Tuesday, 22 November 2011

The Danger of Ultimatums

"An ultimatum is generally the final demand in a series of requests. As such, the time allotted is usually short, and the request is understood not to be open to further negotiation."

When you find yourself ending with '...or else' you can be pretty sure you've slipped into the trap of issuing an ultimatum. In relationship terms we call this 'pushing the nuclear button', as one of you says 'if that's the way it is, then I have no option but to leave' or ' unless you change, then we're finished'. 

Whichever way you look at it there are problems with ultimatums:
  • An ultimatum is a threat. Even if the condition is accepted, it will feel like it has been imposed  and therefore never really owned as the best way forward.  
  • The person issuing the ultimatum must be prepared to follow through with their 'threat'. This means they could easily end up doing something they don't really want to do, or not doing something they do want to do! 
  • The person receiving the ultimatum may tolerate it for a while, knowing it is not really meant, that it's just part of an argument that's got out of hand but repeated threats wear you down and there will come a time when they call your bluff. 
Why do we issue ultimatums?
One of the downsides of escalating arguments is the loss of your ability to think rationally about what you're saying. If you don't feel heard, then you're likely either to walk away or to shout louder. If your pattern is to ramp up the volume or increase the stakes, then you may be vulnerable to issuing ultimatums. The trouble is once you've started, this easily becomes a habit.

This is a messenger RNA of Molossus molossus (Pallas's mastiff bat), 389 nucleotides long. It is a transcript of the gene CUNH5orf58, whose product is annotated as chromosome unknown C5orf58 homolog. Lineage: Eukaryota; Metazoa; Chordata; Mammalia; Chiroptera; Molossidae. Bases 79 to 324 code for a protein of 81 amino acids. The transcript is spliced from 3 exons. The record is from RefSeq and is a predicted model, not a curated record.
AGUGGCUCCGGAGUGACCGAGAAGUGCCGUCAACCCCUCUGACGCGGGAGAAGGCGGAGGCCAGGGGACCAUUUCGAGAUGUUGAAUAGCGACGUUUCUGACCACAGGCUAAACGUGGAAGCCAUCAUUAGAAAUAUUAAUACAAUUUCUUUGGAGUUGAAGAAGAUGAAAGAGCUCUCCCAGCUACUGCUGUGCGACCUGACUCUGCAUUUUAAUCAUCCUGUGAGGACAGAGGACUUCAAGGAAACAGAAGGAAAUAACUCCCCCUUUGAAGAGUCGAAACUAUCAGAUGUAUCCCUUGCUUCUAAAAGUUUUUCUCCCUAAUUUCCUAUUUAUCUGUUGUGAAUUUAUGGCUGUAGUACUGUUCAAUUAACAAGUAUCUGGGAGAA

What's happened is you've lost sight of the real reason you are so upset: your need to be listened to and understood . You may be able to change your habit of issuing ultimatums and find better ways to communicate. What is more important is that you and your partner look at the pattern of your arguments and understand what triggers the escalation of your discussions into full blown rows. 

What can you do?
It's hard to look at how you row, when you're caught up in what you're rowing about but it can be done. This is best done at a time when you are not angry or upset with each other.

  • Take a virtual step back and ask yourselves: What is the most important thing you need from your relationship? It may be something like deep connection; mutual understanding, unconditional love; someone to be there for me whatever happens.... 
    The aim of this is to motivate yourselves to achieving a positive change because issuing ultimatums is unlikely to achieve any of the above!
  • Identify what triggers your rows. It could be a specific word or phrase that always causes a problem; it could be 'when you complain', or 'when you tell me what to do', or 'when you repeat something', or 'when you raise your voice' ...
  • And then what happens....?
  • And then what happens ...?
  • And then what happens ...? until you have the sequence
  • Agree what you could call this particular pattern: 'our argument dance' or 'that loop we get into'...
The next step is to ask yourselves what you could have done differently to achieve a better outcome.
If all this seems a bit difficult please get in touch.

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